Families who lost loved ones to opioid drug overdoses rallied outside the Tulsa County Courthouse on Thursday.
They want drug dealers to be prosecuted in more cases. Organizer Diane Searle read more than three dozen victims’ names, including her own daughter’s. Jillian Searle developed an opioid addiction after a dental procedure and died in 2018.
The man who sold Jillian drugs, Taylor Rogers, pleaded guilty to second-degree murder last October and was sentenced to 40 years in Department of Corrections custody.
While drug dealers can be charged with murder in some cases, Tulsa County District Attorney Steve Kunzweiler said Oklahoma’s current drug laws keep him from prosecuting cases where murder can’t be proven, and he wants the legislature to act.
"It doesn’t need to be a turnstile down at the Department of Corrections because of this belief that, ‘Well, if you’re committing a murder, then we’re going to treat you as though you need to spend a lot of time down at the Department of Corrections, but if you’re involved with a drug crime, we need to get you out of there.’ Some of these folks are bad actors, and I want them to be looked at as the bad actors they are," Kunzweiler said.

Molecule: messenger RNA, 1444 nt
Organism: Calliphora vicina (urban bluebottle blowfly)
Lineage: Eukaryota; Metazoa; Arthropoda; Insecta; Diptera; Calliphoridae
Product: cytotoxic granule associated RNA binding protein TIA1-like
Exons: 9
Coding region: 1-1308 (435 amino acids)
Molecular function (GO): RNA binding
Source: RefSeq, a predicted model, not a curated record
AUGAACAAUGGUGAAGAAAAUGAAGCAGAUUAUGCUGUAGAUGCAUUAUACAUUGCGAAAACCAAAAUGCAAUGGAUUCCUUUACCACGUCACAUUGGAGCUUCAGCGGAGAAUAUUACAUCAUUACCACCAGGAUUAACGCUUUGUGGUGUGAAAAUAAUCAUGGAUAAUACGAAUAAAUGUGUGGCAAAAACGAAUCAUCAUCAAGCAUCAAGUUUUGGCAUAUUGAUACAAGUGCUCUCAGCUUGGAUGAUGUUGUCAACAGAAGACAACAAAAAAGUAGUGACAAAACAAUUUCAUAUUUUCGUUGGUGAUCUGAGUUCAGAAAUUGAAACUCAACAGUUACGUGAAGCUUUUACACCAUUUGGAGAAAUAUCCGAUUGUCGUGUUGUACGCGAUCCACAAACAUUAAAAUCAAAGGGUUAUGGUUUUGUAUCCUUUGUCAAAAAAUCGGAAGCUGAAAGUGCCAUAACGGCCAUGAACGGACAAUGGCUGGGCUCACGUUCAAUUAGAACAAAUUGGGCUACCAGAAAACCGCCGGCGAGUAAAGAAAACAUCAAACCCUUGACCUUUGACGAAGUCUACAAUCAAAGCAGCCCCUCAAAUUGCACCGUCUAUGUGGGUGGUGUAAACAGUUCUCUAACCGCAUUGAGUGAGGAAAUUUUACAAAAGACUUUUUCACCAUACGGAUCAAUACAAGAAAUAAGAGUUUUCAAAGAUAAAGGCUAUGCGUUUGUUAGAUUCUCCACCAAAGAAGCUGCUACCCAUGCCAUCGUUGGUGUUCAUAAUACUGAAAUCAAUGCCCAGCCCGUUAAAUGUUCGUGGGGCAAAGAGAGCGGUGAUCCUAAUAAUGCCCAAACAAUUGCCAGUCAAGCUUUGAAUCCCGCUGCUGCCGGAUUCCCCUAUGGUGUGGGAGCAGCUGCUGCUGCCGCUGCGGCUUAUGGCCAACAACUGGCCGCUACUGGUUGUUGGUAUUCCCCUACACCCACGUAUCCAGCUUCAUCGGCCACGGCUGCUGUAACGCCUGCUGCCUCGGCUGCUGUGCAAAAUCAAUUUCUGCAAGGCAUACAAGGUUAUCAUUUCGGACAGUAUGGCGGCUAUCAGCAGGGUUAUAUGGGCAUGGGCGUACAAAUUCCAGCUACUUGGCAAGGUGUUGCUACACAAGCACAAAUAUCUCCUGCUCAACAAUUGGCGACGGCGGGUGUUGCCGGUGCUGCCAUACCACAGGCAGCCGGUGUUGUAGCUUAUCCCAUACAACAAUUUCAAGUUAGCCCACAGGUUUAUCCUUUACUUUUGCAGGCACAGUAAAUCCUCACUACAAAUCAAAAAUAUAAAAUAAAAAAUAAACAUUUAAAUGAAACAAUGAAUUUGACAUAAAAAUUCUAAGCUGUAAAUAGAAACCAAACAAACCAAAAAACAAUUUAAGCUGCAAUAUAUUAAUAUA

Oklahoma voters reclassified simple possession from a felony to a misdemeanor in 2016 through State Question 780. Distribution and trafficking remain felonies if certain thresholds are met, as does manufacturing.
Kunzweiler also said more state funding is needed for mental health and addiction treatment services.
"We just don’t have the resources or the facilities to give them the ability to get off of these drugs," Kunzweiler said.
In 2018, 43% of Oklahoma overdose deaths involved opioids, whether prescription or in forms like fentanyl or heroin.